It’s a book written to work within any curriculum that requires English language, without the need to fully study, each chapter or lesson. Parts of chapters can be adapted as per the students’ ability. All chapters can be studied in parts, due to the learners’ levels. Its ease of function allows it to be used in High School, Middle School and onto University.  Student ages and levels are addressed by the practical functionality of each Chapter and Story. So press on with your study of English language development. The book is designed to be written with your notes and stories within the book. The Book of 25, acts as a WORK BOOK and a language reference guide. It highlights many of the grammatical issues that ESL learners and all students will encounter, with a focus on a Lexical Approach. I refer to writing as a Co- creative; venture as we are all influenced by each other through all communication mediums. Writing is an act of Co-Creation and a lexical approach uses vocabulary to teach vocabulary and to assist in the understanding of language drifts and the creation of blended languages, such as the creoles, Spanglish,Tringlish, Manglish and Konglish. And it also may well create true cognates versus false cognates in language development. The Book of 25 introduces Language Harmonics as a progressive field of research.

Each chapter can be used to augment any curriculum, as it teaches Literacy through the joint motto’s of Read-Think-Write and WRITER’S WRITE. The book has a high visual appeal and seduces the learner into reading, thinking and writing. It was deemed by academic colleagues as an essential learning tool. The Book of 25 is being sold as an E-Book. It’s available on Flash Drive, upholding the Green concepts that exist circa 2012.  A Living Book that can be updated as per the Institution’s or Ministry of Education’s directives. Students can download specific chapters or parts thereof, reducing costs and keeping a green environment.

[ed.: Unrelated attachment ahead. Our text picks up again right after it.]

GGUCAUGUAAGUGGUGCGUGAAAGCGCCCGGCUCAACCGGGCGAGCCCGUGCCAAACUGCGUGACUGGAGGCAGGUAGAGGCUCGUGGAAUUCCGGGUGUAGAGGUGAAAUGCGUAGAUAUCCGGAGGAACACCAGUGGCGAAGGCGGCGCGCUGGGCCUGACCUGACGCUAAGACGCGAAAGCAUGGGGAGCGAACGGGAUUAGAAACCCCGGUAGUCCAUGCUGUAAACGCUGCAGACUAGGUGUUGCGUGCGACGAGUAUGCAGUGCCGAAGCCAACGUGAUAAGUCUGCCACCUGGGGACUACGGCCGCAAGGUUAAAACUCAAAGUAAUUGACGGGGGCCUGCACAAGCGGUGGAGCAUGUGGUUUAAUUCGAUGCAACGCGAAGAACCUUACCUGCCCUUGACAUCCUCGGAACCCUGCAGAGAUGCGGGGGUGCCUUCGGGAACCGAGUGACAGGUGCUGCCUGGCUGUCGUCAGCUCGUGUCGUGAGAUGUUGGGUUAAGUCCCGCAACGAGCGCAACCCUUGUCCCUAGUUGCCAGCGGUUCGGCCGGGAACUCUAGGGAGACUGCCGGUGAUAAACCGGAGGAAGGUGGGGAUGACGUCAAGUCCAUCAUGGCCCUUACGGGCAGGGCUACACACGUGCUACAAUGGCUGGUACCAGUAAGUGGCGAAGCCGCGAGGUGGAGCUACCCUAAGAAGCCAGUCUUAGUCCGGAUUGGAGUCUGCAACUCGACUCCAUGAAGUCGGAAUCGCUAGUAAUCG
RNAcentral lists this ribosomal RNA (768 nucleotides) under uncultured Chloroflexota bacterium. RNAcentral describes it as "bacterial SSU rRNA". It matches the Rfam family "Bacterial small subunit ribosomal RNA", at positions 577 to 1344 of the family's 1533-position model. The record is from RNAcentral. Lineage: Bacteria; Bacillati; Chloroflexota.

The following is the bla Bla Bla of the mundane. Necessary and required at the start. 

Creative Writing and Academic Writing


A story has many elements. The plot, provides the basis for the events and situations that occur, determines how they are structured, and holds everything together. It explains why characters behave the way they do. I use the classical Freytag’s pyramid to assist in writing development.


A plot’s structure basically consists of the following:

  1. Exposition introduces the characters, setting, and other facts needed to understand the story.
  2. Conflict, or rising action, builds tension and leads up to the climax.
  3. The climax is the turning point of the story. It is the high point for the reader and often results from a crisis.
  4. Falling action occurs after the climax, when the events come together to explain what went on.
  5. Resolution is the final outcome of the conflict and climax.

Academic essays or Writing for academia is a lot more structured.

Academic Essay Structure

Writing an academic essay means shaping a coherent set of ideas into an argument. As Essays are essentially linear, offering one idea at a time, they must present their ideas in the order that makes most sense to a reader. Effectively structuring an essay means attending to a reader’s logic. The focus of such an essay predicts its structure. Although there are guidelines for constructing certain classic essay types there are no set formulas.

The Parts of an Essay